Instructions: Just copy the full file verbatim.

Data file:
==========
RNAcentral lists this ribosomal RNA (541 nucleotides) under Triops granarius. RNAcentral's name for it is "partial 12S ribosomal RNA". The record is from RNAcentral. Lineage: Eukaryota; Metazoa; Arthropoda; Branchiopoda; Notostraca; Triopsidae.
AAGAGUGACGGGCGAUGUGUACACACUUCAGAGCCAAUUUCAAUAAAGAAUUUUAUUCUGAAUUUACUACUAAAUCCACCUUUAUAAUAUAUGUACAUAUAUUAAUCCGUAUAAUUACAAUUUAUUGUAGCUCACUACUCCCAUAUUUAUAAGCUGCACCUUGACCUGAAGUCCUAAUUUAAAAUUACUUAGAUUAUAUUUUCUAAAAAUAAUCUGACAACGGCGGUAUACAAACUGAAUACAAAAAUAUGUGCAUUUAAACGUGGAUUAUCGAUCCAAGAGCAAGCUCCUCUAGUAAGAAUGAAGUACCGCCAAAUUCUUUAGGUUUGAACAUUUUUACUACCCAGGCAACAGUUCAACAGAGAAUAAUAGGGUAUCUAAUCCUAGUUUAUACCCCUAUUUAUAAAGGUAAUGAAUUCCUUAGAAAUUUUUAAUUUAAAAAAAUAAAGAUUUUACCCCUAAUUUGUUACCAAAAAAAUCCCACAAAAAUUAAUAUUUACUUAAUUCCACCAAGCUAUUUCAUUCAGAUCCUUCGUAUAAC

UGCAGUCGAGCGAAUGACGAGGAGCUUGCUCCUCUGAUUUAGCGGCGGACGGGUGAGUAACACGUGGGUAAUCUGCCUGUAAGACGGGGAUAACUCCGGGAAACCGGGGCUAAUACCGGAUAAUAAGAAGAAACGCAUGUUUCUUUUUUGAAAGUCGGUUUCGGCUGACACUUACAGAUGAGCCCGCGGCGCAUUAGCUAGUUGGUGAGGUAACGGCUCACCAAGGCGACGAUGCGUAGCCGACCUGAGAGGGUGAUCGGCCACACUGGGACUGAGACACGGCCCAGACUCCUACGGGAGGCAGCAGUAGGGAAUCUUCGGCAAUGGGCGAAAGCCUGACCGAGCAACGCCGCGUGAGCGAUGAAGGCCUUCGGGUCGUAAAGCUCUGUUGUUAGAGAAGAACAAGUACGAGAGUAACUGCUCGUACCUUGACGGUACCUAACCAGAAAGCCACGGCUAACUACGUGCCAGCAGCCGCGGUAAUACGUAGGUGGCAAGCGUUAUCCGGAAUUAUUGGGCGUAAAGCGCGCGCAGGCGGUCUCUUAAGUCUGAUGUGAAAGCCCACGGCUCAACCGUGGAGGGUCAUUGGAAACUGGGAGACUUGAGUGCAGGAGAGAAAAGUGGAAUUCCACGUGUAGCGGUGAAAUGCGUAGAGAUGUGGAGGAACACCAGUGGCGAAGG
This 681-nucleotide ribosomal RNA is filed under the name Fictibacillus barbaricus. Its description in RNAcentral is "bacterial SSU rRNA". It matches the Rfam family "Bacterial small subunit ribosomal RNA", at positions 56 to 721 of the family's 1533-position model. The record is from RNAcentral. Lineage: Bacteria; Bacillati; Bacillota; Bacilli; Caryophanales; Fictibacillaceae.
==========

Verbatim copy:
RNAcentral lists this ribosomal RNA (541 nucleotides) under Triops granarius. RNAcentral's name for it is "partial 12S ribosomal RNA". The record is from RNAcentral. Lineage: Eukaryota; Metazoa; Arthropoda; Branchiopoda; Notostraca; Triopsidae.
AAGAGUGACGGGCGAUGUGUACACACUUCAGAGCCAAUUUCAAUAAAGAAUUUUAUUCUGAAUUUACUACUAAAUCCACCUUUAUAAUAUAUGUACAUAUAUUAAUCCGUAUAAUUACAAUUUAUUGUAGCUCACUACUCCCAUAUUUAUAAGCUGCACCUUGACCUGAAGUCCUAAUUUAAAAUUACUUAGAUUAUAUUUUCUAAAAAUAAUCUGACAACGGCGGUAUACAAACUGAAUACAAAAAUAUGUGCAUUUAAACGUGGAUUAUCGAUCCAAGAGCAAGCUCCUCUAGUAAGAAUGAAGUACCGCCAAAUUCUUUAGGUUUGAACAUUUUUACUACCCAGGCAACAGUUCAACAGAGAAUAAUAGGGUAUCUAAUCCUAGUUUAUACCCCUAUUUAUAAAGGUAAUGAAUUCCUUAGAAAUUUUUAAUUUAAAAAAAUAAAGAUUUUACCCCUAAUUUGUUACCAAAAAAAUCCCACAAAAAUUAAUAUUUACUUAAUUCCACCAAGCUAUUUCAUUCAGAUCCUUCGUAUAAC

UGCAGUCGAGCGAAUGACGAGGAGCUUGCUCCUCUGAUUUAGCGGCGGACGGGUGAGUAACACGUGGGUAAUCUGCCUGUAAGACGGGGAUAACUCCGGGAAACCGGGGCUAAUACCGGAUAAUAAGAAGAAACGCAUGUUUCUUUUUUGAAAGUCGGUUUCGGCUGACACUUACAGAUGAGCCCGCGGCGCAUUAGCUAGUUGGUGAGGUAACGGCUCACCAAGGCGACGAUGCGUAGCCGACCUGAGAGGGUGAUCGGCCACACUGGGACUGAGACACGGCCCAGACUCCUACGGGAGGCAGCAGUAGGGAAUCUUCGGCAAUGGGCGAAAGCCUGACCGAGCAACGCCGCGUGAGCGAUGAAGGCCUUCGGGUCGUAAAGCUCUGUUGUUAGAGAAGAACAAGUACGAGAGUAACUGCUCGUACCUUGACGGUACCUAACCAGAAAGCCACGGCUAACUACGUGCCAGCAGCCGCGGUAAUACGUAGGUGGCAAGCGUUAUCCGGAAUUAUUGGGCGUAAAGCGCGCGCAGGCGGUCUCUUAAGUCUGAUGUGAAAGCCCACGGCUCAACCGUGGAGGGUCAUUGGAAACUGGGAGACUUGAGUGCAGGAGAGAAAAGUGGAAUUCCACGUGUAGCGGUGAAAUGCGUAGAGAUGUGGAGGAACACCAGUGGCGAAGG
This 681-nucleotide ribosomal RNA is filed under the name Fictibacillus barbaricus. Its description in RNAcentral is "bacterial SSU rRNA". It matches the Rfam family "Bacterial small subunit ribosomal RNA", at positions 56 to 721 of the family's 1533-position model. The record is from RNAcentral. Lineage: Bacteria; Bacillati; Bacillota; Bacilli; Caryophanales; Fictibacillaceae.